For an effective brand strategy, the goal is to compete to be different. That means accepting trade-offs and disproportionately investing in the ways in which you create value that’s difficult for competitors to replicate.
Then comes the hard part: creating buy-in across your organization and persistently activating that value in novel ways.
What excites your employees? What’s unique about your relationship with consumers? What values do you share? How do you make price less central to their purchase decision? This is where your difference lives. It’s where you create value instead of the exhaustion of chasing it.
From these answers, you’ll know how to articulate your value, purpose, direction and competitive advantage in simple, meaningful terms. These are the arbiters for how you energize your people and distinguish yourself in the market. Without making this core to your brand strategy, your employees and your consumers will eventually sing that they’ve lost that loving feeling (woah-oh).
Photo credit: Youtube Cheesy Scenes
This may feel obvious. And yet, our work routinely summons this truth: don’t conflate obvious with easy. Companies who consistently deliver on their difference understand how complicated it is. It requires relating to and moving people. And there is nothing more complex than the human condition. Can you ever be the best at that? Negative, Ghost Rider.
There’s never one best way. Focus less on keeping pace with the competition, and instead, invest your energy in what pulls you ahead of the competition. It’s not about being the best, it’s about what enables you to be at your best.
If you recall, Maverick fails to finish in first. But he saves the day, finds peace, falls in love, and becomes a near-mythical legend in the Navy. Iceman is the best. Maverick is the one people remember.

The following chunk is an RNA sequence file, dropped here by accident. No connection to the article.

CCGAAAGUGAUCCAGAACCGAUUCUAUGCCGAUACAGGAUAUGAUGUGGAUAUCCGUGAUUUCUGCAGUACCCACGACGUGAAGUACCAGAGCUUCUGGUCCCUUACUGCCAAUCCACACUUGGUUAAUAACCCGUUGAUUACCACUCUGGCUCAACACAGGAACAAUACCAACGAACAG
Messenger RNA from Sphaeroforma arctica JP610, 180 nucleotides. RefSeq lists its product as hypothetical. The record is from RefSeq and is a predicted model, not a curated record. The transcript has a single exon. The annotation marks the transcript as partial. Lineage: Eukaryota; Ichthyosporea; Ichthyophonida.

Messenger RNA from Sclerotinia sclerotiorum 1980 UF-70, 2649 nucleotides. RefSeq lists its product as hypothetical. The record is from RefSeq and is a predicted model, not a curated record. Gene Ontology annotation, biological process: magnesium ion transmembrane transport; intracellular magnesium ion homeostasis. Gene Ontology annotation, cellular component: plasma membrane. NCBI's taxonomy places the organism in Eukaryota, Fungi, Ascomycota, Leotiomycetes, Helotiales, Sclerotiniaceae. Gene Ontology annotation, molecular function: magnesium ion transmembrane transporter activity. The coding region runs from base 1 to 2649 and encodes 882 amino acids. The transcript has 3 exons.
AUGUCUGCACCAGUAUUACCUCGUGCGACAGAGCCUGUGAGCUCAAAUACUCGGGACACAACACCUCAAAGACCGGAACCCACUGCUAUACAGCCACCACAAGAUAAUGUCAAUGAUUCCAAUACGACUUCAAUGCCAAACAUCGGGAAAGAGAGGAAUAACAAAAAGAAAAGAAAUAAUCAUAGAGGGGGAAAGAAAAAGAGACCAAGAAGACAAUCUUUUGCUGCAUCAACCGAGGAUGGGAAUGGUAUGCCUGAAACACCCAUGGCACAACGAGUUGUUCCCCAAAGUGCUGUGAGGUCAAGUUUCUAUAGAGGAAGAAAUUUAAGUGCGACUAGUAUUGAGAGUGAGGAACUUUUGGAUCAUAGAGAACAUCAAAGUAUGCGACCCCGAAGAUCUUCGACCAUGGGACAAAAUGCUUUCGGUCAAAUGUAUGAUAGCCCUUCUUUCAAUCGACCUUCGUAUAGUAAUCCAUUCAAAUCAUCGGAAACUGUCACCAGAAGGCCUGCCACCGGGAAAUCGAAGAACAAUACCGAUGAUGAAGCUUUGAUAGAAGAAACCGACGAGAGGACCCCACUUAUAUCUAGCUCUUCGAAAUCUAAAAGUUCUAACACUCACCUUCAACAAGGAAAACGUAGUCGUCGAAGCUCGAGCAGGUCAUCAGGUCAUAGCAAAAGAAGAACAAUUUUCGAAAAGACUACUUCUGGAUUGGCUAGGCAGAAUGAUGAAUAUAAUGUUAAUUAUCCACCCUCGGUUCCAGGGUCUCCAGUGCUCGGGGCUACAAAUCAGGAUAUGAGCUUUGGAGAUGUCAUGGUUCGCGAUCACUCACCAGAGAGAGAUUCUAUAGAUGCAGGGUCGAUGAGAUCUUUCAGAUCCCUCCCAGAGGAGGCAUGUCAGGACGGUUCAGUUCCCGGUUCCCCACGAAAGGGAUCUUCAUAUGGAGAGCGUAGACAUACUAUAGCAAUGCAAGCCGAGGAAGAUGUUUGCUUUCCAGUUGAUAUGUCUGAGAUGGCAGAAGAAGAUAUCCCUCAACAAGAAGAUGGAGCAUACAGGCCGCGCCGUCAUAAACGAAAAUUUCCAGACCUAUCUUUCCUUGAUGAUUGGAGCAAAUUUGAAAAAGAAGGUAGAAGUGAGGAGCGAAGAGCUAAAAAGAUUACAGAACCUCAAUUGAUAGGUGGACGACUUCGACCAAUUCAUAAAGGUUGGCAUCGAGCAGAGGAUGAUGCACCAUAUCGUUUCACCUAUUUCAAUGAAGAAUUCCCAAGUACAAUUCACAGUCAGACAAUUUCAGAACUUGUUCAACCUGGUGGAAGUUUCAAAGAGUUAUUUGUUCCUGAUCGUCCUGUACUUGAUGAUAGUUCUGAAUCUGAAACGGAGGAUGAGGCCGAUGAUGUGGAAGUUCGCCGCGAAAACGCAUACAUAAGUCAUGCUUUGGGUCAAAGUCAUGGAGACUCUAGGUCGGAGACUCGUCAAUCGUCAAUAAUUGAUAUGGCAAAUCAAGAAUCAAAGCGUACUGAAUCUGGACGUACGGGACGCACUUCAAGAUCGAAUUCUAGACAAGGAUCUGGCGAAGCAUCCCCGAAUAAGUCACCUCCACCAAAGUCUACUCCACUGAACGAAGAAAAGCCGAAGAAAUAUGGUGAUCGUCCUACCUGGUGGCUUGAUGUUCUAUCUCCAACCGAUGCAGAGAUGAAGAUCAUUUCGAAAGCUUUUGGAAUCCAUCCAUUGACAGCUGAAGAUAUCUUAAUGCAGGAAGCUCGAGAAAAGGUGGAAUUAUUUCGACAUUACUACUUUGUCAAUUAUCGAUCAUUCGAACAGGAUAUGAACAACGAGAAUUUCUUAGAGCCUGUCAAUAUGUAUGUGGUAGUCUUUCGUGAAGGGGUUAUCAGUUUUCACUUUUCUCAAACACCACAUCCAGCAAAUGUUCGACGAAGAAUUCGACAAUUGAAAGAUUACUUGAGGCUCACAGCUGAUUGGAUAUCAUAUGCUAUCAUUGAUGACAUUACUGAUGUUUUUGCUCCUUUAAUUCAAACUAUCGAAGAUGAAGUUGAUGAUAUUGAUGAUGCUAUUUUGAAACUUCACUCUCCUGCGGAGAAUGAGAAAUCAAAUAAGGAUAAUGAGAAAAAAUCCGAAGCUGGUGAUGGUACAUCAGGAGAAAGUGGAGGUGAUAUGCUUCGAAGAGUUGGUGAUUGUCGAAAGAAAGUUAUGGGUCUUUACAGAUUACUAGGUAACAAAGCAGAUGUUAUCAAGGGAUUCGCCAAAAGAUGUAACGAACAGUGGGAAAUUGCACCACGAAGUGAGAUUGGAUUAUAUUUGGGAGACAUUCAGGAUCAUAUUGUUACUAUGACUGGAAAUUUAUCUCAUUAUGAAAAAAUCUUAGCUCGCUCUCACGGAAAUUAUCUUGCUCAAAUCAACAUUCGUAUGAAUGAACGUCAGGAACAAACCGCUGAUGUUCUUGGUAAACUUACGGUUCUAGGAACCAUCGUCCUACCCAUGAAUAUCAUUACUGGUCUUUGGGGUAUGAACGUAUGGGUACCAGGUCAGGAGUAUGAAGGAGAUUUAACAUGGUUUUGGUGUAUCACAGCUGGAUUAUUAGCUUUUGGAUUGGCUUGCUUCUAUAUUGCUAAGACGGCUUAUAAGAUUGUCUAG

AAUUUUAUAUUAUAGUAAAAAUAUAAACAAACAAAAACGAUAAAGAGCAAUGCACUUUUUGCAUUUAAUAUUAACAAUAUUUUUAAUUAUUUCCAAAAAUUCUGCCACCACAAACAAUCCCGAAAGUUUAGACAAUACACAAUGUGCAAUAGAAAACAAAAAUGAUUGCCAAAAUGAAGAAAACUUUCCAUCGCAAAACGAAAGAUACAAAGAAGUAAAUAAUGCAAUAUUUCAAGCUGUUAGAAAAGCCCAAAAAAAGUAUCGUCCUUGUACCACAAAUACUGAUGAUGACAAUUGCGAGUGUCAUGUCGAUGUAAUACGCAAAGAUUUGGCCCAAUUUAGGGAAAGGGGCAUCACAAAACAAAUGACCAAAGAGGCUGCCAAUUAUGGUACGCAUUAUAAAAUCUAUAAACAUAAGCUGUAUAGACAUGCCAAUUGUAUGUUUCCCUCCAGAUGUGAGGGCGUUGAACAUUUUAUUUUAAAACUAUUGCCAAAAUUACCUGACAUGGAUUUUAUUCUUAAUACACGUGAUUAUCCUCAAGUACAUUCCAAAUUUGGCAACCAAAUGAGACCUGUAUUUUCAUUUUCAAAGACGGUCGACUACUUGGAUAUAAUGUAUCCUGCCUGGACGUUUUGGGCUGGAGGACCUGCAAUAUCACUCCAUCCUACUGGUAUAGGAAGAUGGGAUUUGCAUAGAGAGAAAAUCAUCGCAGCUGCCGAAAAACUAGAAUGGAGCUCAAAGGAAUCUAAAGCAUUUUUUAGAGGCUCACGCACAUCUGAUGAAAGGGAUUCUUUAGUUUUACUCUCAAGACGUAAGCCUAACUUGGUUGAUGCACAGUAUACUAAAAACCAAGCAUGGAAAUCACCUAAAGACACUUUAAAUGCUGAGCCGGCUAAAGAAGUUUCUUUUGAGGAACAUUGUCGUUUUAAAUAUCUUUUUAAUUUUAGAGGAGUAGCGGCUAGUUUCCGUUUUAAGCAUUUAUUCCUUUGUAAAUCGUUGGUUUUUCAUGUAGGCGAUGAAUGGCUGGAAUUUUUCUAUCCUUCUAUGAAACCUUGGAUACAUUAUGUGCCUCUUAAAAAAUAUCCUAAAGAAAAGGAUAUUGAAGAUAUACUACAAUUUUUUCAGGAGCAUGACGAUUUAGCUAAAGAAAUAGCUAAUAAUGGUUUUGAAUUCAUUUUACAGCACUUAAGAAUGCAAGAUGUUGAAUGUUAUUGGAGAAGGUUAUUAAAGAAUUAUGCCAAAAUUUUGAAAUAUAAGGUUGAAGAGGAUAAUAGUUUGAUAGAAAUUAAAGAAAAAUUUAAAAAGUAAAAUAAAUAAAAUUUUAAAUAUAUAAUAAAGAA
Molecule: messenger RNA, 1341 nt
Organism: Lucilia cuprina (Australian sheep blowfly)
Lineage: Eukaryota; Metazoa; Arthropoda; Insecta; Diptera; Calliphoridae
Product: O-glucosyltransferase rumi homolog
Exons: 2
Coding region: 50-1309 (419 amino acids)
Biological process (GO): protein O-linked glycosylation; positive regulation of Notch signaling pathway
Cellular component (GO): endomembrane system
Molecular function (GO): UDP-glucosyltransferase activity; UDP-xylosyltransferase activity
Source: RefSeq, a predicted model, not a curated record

Pete Mitchell was never going to win TOPGUN’s game. When he plays it like the rest, he’s a lesser pilot. It’s right there in his call sign. Maverick wins when he does things differently.
Photo credit: Paramount Pictures
36 years later, Tom Cruise and his Ray-Ban’s return to Miramir. But this time, there’s a mission occurring on and off the screen. The enigmatic superstar is about to show a two-trillion dollar industry the value in knowing what makes you different.
Top Gun: Maverick can be a metacommentary on Cruise himself. He feels like the last movie star of a bygone era. The metrics that command today’s big time blockbusters dilute what stars with ineffable charisma can get made and have lessened the tolerance for risk. That’s a problem for Cruise. His gift is charisma and his brand is risk. He doesn’t show signs of returning to films with smaller price tags (Jerry Maguire and Rain Man would be TV shows today, right?). And at 60, he doesn’t seem interested in pivoting to elder statesman like his mentors, notably his Color of Money co-star with a similar magnetism, Paul Newman. For now, Cruise intends to keep hanging off of airplanes.
The energy and ambition that made him a star hasn’t dimmed a bit. Cruise still wants to be the hotshot. If you asked him, “so you’re the one?” today, he still wants to give you the same answer: “Yes, ma’am.” His recent resurgence is due, in part, to admitting that it’s a hell of a lot of fun to let this man keep flying into the danger zone. Frankly, nobody’s better at it. The big-screen era that made him feels over. But Cruise is intent on reminding his industry, the more things change, the more they stay the same. And Cruise knows exactly what has stayed the same.
In 1986, he was the one. In 2022, he might be the last one.
Photo credit: Tristan Fewings/Getty Images for Paramount Pictures